“Dancing Queen” by ABBA (1976)

A few random observations.

“Dancing Queen” might’ve been the poppiest thing in the massive collection of 45s I inherited from my aunts and uncles as a kid. Pretty much everything we owned was in an R&B/funk wheelhouse, even if it was by a traditionally pop artist (i.e. Saturday Night Fever, Boz Scaggs’ “Lowdown”, “Da Ya Think I’m Sexy?”) “Dancing Queen” isn’t funky and I’d say it barely qualifies as soulful. Oh wait, we did own a Warren Zevon album that I’d have to imagine was either given to a member of my family or purchased by accident.

I’ve mentioned before how my days at Tower Records (specifically the 66th/Broadway/Lincoln Center location) were pivotal in the beginning stages of figuring out my queer identity. One of the guys who ran the video department was named Stephan. He was a queer Indian Brit who was a walking, talking stereotype. He went out dancing just about every night, and worshipped the ground ABBA walked on. There were times when he would walk into the store to start his shift and, on cue, someone in his department would start playing “Dancing Queen” over the loudspeaker. He loved it. I occasionally spot him on Facebook through mutual friends. Doesn’t seem as though he’s changed much. Good for him.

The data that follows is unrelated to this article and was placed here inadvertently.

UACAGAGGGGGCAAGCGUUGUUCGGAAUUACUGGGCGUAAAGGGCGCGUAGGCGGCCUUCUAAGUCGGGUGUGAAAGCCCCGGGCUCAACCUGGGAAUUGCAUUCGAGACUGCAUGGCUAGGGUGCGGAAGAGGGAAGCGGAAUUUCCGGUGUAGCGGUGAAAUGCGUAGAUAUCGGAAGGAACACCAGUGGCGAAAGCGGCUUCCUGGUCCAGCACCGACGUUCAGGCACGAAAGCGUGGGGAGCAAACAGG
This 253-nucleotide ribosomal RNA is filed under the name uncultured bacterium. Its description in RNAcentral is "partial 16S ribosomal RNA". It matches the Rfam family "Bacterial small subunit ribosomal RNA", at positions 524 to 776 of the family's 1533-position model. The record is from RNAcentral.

You’re probably not surprised that “Dancing Queen” has been sampled, but did you know that it was sampled by 98 Degrees? There’s a song on their second album called “Fly With Me”. Pras produced it, and because there’s not a mass-appeal pop hit from the ‘70s or ‘80s that a Fugee would not pilfer, he decided to loop the intro of “Dancing Queen”. Shameless. But kinda catchy, Which–again–the Fugees in a nutshell.

There is something to be said for the immaculate pop music that seems to emerge from Sweden every few years. While I can’t say I’ve ever been totally resistant to ABBA’s charms, I can say I’ve grown to appreciate them more as I’ve gotten older. “Dancing Queen” was my first experience with them, was their most popular song in the U.S. (their only American number one!) and remains a textbook example in how to write ear candy.

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